Chie Tsuyuki was born in the Japanese district of Mie. At the age of five she had her first piano lessons. Her enthusiasm for composing was the reason for her to additionally attend composition lessons at the age of seven. Professor Takekuni Hirayoshi gave her lessons in composition until she was 14 years old and profoundly influenced her artistic development. From 1991 to 1995 she studied piano with Professor Kazuko Morikawa. During this time she was awarded several prizes, for instance the first prize and the “Yomiuri” special prize at the 17th PTNA piano competition in Japan. It was not until the age of 15 that she decided to become a professional pianist.
In 1996 Chie Tsuyuki started her piano studies in Germany at the Johannes-Gutenberg-Univesität in Mainz with Professor Francis Bamberger, a student of Wilhelm Backhaus. In 1998 she attracted the attention of Professor Konrad Meister at the “Internationale Goslarer Klaviertage”. He invited her to study in his class at the Hochschule für Musik, Theater und Medien (HMTM – academy for music, theatre and media) in Hanover, where she attended his class until his death in 2002. Afterwards she continued studying with Professor Einar Steen-Nökleberg and was admitted to his solo class in 2003.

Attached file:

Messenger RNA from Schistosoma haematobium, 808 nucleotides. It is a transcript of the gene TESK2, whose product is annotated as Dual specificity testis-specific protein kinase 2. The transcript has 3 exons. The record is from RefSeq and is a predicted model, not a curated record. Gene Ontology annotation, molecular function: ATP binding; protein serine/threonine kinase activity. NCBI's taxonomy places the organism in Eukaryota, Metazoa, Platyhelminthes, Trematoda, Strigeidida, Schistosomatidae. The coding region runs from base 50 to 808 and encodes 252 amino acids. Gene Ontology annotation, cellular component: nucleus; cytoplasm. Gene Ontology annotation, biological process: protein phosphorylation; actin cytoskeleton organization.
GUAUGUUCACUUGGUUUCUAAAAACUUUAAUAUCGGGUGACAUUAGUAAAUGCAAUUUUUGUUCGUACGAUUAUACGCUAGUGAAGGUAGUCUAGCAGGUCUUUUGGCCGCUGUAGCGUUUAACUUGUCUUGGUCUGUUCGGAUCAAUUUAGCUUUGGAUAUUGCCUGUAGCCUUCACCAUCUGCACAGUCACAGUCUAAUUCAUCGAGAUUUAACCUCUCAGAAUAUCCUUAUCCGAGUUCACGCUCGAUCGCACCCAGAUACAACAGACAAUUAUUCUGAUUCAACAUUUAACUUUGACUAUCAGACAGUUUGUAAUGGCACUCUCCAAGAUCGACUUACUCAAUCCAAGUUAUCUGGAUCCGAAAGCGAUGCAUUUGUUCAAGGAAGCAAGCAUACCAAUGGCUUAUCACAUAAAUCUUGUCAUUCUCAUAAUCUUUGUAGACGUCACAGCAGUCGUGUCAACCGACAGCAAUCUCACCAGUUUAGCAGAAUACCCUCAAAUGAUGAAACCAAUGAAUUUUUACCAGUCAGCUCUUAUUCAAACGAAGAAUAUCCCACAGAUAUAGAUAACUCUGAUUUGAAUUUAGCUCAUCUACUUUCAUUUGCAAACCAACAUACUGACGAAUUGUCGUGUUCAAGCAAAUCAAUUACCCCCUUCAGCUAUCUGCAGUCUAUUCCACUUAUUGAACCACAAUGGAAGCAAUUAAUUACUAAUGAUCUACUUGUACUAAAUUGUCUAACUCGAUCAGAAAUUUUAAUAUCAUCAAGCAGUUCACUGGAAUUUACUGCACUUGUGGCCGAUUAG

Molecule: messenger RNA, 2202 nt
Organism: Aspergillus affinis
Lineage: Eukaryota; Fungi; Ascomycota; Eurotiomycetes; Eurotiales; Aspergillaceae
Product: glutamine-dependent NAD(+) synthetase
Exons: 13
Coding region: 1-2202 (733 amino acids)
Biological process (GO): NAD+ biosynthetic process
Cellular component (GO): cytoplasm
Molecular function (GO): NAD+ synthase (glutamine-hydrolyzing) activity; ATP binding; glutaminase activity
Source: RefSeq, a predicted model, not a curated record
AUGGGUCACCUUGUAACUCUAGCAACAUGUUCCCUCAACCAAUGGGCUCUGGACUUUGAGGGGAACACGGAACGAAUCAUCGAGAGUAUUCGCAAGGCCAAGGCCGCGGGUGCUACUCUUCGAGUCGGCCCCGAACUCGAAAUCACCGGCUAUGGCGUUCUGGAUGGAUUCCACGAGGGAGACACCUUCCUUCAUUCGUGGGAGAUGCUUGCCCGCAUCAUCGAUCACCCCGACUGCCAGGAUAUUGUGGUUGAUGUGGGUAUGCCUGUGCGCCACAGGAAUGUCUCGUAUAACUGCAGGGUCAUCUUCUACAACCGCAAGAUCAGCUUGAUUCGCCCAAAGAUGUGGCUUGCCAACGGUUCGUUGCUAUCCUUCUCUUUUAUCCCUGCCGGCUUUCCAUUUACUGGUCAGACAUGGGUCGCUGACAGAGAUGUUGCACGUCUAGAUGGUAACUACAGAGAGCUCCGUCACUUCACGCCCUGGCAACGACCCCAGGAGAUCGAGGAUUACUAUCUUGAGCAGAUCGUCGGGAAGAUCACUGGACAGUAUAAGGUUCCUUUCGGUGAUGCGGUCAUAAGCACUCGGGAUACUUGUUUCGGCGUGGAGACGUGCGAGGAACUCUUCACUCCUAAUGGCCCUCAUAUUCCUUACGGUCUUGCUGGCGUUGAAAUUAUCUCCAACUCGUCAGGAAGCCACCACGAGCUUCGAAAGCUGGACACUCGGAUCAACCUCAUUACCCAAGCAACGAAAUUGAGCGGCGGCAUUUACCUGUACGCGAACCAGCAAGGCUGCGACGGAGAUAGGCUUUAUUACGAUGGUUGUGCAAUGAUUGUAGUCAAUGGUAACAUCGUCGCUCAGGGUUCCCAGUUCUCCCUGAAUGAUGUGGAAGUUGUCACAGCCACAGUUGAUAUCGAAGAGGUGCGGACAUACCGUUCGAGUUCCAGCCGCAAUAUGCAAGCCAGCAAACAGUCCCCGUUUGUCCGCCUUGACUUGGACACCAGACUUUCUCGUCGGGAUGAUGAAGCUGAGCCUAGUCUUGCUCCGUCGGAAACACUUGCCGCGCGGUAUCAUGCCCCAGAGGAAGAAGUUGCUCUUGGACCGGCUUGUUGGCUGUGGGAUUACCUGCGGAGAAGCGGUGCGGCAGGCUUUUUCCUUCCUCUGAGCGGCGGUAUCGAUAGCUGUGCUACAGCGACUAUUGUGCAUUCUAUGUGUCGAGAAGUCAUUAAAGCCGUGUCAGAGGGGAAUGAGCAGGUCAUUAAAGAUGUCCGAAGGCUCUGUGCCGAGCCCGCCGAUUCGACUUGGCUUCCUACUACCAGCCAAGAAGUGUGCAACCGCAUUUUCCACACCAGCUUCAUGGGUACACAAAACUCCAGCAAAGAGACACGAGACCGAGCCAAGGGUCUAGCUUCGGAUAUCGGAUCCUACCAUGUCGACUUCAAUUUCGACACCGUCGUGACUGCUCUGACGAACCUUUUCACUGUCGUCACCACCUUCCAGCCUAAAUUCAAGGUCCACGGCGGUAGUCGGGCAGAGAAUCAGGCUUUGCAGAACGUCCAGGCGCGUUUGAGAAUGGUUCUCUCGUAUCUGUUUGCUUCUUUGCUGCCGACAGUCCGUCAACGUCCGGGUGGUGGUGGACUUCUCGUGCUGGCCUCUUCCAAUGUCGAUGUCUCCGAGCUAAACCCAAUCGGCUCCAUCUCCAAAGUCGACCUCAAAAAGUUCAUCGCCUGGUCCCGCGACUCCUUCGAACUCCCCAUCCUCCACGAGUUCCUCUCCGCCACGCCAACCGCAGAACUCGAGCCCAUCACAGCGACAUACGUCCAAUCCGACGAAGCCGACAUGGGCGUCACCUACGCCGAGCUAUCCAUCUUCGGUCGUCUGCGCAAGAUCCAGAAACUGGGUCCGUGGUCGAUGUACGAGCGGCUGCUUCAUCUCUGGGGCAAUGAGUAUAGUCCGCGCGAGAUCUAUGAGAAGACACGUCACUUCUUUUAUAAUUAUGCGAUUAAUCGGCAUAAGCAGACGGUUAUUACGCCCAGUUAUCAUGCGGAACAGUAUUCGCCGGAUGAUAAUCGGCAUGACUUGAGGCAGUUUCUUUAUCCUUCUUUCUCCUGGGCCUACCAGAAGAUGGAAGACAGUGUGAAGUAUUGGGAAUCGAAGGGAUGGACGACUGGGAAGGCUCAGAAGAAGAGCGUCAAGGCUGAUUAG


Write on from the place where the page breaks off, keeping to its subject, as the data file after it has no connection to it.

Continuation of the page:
Chie Tsuyuki accepted invitations to various music festivals, which offered her the opportunity to cooperate with the conductor Christoph Stepp in 2000. Together with him she twice performed Mozart’s last piano concerto at the 49th German Mozart Festival. Chie Tsuyuki received numerous awards at international competitions and was, for example, the award winner of the competition “Ibla Grand Prize” in Italy. This gave her the possibility to go on a concert tour in Canada in 2004 – a tour which was sponsored by the “Japan Foundation Canada” and was much acclaimed by the press and the audience. Further concert tours took the young pianist round Europe and the USA. After her debut at the Carnegie Hall the New York Concert Review wrote about her interpretation of Liszt’s Sonata in H minor: “… Ms Tsuyuki’s interesting and personal ideas about the music, which took it out of the realm of the standard Liszt readings that if not imaginatively performed, can be deadly, and elevated it to great art”. At the moment, Chie Tsuyuki teaches a piano class at the Institut für Musik (institute for music) at the academy in Osnabrück, Germany.